Collects Peter Parker, the Spectacular Spider-Man #64, 69-70, 81-82, 94-96; Cloak and Dagger (1983) #1-4; Marvel Team-Up Annual #6; Marvel Fanfare (1982) #19; New Mutants #23-25.

Writers: Bill Mantlo, Chris Claremont, Al Milgrom
Artists: Ed Hannigan, Rick Leonardi, Ron Frenz, Tony Salmons, Kerry Cammill, Bill Sienkiewicz

This tome has over 400 pages and collects the first appearances of Cloak and Dagger, mostly in the pages of Spider-Man, and their first miniseries. These are very 1980s comics. Most of them are very verbose and as much as I adore Chris Claremont’s writing, he’s one of the worst offenders, although the Spider-Man writers aren’t far behind. These Spider-Man issues (specifically the last ones 94-96 were some of the first superhero comics I ever read (translated to Finnish, of course) so it’s hard for me to be objective about them. 🙂 Their TV-show isn’t on Netflix here and I haven’t seen it.

Cloak and Dagger first appear in the collection’s first comic: mysterious figures who are threatening a man’s life. However, rather quickly Spider-Man finds out that they aren’t really criminals. Rather, they’re a pair of teenagers who got their powers from synthetic drugs and now they want revenge against all drug dealers and also to help runaways who are exploited. I’m sure some readers find this too heavy-handed but I quite liked the theme.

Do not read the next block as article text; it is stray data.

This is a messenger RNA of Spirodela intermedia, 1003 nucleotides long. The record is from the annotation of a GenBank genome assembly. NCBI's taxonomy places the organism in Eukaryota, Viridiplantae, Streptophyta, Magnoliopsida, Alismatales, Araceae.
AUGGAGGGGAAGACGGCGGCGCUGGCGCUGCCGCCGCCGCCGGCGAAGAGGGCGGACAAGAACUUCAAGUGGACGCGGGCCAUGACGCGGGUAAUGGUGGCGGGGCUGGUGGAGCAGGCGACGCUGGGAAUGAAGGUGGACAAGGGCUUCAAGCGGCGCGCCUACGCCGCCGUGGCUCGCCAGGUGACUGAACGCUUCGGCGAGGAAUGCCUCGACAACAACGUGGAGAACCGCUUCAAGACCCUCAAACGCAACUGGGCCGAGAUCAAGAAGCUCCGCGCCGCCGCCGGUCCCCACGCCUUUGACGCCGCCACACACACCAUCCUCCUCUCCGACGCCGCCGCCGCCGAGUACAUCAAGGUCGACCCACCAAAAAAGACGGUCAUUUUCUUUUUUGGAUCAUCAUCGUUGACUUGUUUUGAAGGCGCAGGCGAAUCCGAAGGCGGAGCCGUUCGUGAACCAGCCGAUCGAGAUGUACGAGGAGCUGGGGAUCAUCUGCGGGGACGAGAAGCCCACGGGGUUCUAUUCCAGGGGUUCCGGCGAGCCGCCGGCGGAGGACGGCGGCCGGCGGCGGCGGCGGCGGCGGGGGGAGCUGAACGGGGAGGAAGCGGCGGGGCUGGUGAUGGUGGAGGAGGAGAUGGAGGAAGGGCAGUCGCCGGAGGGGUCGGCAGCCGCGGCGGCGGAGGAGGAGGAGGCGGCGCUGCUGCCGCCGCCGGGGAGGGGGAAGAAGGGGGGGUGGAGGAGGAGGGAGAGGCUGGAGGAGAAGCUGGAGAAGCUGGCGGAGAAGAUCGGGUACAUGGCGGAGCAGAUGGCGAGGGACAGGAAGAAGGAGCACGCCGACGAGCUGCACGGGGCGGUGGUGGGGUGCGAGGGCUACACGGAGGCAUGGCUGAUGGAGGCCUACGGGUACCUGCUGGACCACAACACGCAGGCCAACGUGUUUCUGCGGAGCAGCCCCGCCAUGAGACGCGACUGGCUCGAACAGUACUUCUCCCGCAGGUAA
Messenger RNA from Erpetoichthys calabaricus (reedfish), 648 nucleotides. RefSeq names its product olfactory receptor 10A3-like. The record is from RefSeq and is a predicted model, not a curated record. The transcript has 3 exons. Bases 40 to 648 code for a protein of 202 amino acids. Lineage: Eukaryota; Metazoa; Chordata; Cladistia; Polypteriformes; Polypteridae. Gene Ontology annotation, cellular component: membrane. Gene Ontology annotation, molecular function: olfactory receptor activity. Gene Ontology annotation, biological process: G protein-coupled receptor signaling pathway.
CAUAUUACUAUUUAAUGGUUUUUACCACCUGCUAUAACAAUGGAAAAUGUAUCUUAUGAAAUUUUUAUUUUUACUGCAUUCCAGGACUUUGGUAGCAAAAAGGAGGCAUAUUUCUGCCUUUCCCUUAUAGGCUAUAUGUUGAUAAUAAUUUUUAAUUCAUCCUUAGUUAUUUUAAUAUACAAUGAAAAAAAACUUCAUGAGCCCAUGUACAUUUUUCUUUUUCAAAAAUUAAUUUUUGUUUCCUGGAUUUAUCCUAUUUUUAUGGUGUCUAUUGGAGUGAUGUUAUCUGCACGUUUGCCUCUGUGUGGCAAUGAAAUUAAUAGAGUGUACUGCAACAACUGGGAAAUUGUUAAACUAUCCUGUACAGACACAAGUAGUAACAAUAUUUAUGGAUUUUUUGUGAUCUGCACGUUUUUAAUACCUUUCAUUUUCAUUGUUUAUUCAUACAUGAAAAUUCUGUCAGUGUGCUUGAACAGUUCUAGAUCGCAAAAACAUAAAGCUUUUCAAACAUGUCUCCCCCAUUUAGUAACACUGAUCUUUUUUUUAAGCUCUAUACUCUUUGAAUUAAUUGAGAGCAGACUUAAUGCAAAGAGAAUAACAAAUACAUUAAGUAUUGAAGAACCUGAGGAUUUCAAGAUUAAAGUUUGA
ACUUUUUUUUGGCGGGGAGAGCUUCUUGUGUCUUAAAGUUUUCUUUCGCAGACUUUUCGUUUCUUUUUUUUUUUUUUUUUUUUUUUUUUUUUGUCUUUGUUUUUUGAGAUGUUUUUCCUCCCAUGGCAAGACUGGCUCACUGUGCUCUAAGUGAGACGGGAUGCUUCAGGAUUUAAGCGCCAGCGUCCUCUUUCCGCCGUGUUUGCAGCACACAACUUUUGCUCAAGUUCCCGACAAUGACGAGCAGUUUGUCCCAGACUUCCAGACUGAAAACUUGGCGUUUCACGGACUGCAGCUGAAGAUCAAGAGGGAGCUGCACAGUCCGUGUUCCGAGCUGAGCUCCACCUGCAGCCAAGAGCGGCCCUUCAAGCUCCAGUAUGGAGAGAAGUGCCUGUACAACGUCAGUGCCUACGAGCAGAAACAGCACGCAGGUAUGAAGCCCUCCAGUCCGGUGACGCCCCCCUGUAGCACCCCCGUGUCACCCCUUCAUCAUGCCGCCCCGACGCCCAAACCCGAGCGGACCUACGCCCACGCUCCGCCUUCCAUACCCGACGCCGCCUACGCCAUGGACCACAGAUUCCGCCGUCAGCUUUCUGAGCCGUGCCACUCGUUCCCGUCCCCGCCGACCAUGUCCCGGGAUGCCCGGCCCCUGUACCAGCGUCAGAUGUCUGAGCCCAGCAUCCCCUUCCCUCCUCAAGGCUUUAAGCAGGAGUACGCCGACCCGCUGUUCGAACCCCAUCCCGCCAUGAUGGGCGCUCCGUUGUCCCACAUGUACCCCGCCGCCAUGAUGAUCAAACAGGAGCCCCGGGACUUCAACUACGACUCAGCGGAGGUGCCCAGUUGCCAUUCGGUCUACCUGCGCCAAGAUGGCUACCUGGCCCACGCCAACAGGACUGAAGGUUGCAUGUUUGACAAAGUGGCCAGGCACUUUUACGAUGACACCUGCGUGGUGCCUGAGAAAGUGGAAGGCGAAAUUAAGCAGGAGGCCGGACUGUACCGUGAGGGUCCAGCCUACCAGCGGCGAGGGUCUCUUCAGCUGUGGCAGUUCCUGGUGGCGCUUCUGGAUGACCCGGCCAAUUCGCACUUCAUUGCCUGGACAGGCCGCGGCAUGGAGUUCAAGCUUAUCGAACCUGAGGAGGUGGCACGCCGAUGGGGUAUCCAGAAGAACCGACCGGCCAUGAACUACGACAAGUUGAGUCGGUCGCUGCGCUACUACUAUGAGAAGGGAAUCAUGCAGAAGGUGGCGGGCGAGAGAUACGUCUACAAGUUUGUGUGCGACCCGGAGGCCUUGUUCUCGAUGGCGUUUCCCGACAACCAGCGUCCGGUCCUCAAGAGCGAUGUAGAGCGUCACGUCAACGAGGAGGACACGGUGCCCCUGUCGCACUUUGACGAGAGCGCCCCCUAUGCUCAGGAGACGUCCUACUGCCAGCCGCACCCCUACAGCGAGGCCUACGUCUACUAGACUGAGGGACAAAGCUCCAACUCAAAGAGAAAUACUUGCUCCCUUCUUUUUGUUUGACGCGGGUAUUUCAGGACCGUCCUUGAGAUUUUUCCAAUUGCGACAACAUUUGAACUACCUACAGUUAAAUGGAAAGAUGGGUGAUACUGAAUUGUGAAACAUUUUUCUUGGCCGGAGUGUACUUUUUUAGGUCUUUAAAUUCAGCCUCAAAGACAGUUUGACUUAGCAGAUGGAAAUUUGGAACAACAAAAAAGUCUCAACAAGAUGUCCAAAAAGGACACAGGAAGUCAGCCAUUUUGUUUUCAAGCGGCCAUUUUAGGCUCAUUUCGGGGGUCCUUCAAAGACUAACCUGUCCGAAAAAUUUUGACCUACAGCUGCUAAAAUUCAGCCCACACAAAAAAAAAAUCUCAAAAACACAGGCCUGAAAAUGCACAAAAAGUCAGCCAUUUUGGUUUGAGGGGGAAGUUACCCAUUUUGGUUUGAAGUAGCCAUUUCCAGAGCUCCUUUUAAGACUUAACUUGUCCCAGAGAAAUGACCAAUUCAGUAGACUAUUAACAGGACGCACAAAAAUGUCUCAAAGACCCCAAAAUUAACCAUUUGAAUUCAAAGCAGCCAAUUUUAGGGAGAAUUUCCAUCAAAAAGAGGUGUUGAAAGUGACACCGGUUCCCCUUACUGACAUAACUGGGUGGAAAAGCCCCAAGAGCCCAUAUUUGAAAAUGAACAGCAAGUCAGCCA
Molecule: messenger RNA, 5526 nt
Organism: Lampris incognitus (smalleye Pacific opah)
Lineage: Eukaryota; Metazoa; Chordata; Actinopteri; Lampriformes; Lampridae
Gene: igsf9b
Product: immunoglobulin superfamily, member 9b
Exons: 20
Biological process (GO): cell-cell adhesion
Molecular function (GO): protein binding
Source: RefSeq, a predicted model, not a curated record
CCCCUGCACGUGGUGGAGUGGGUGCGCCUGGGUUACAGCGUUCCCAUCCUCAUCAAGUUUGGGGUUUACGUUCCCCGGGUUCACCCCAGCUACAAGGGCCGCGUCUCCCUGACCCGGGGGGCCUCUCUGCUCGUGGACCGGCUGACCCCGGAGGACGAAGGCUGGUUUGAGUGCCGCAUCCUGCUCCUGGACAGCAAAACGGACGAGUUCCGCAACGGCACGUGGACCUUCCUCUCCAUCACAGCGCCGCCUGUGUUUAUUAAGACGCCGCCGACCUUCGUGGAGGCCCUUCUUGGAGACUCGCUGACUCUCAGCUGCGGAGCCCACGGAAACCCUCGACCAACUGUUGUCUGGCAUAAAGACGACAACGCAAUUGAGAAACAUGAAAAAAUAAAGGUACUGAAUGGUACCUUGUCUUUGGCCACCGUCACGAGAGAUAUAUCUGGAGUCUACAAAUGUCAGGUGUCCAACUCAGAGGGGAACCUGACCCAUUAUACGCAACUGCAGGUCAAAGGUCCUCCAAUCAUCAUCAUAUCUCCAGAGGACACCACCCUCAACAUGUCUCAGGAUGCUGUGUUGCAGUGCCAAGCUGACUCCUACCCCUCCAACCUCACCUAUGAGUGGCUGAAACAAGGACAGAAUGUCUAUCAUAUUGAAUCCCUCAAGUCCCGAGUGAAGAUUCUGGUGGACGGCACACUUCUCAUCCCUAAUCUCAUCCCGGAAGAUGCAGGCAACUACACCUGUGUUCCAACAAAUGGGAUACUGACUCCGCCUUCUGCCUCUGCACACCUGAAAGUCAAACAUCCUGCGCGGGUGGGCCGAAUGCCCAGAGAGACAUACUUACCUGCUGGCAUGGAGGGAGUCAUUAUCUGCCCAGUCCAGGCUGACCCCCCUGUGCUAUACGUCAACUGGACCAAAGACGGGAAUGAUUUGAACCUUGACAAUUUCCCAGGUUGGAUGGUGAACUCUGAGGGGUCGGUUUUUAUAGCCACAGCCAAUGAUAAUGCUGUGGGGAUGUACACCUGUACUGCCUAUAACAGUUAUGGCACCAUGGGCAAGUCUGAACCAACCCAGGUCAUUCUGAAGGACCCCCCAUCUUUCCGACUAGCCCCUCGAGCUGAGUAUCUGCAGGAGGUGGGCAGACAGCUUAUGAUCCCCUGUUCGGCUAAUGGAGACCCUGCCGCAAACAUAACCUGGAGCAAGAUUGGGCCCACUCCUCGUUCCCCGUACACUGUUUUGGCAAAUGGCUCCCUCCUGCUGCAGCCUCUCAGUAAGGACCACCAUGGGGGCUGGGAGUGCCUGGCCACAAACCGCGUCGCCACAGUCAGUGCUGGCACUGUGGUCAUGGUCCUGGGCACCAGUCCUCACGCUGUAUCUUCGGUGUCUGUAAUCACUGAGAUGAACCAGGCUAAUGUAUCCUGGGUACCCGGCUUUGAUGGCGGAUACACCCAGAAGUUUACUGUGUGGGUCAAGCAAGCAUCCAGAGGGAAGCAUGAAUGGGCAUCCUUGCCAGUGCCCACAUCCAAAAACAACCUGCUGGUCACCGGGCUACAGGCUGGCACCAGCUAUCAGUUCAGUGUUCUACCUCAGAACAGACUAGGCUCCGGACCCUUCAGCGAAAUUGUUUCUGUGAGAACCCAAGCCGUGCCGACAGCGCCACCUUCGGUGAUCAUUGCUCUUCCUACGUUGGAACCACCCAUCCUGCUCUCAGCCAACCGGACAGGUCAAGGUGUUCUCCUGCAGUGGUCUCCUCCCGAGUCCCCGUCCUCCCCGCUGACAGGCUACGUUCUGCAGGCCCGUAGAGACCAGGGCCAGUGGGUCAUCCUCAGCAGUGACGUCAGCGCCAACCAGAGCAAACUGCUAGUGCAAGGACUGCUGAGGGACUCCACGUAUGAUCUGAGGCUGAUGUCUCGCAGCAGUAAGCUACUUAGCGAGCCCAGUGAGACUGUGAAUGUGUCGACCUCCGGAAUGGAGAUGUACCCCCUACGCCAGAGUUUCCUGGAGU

The pair’s powers have changed a bit, depending on the story. In the first story, Dagger’s “daggers of light” kill the drug dealers. But later they purge the drugs out of the bodies of anyone who is hit. They’re also described as cold but in one story her light gave warmth. Cloak’s darkness is always cold and makes anyone caught in it weak. Later, it’s revealed that the darkness craves light and that Dagger’s light can feed it. But if Dagger’s light isn’t available, the darkness will want to feed on the light of humans (life). Cloak must constantly fight against it. While Dagger is a less tragic figure, she’s still a teenager who wants a normal life, which she can never have. In these stories at least, they aren’t portrayed as lovers but considering that they’re both 16, that wouldn’t have been appropriate for a Spider-Man comic (and I’m sure the racial issue also prevented that, too).

Most of the stories focus on C&D going after drug dealers or trying to save kids from them. But the last story appeared in New Mutants and is different from the others. However, all of them (except for the miniseries of course) have long-running subplots which aren’t resolved here. Debra’s subplot is especially cringe-worthy as she’s constantly crying when thinking about Peter. She knows that he’s Spider-Man and cries when she thinks of the dangers he’s facing. If that doesn’t bother you, this is an excellent collection of the beginning of Cloak and Dagger and a very good showcase of 80s comics.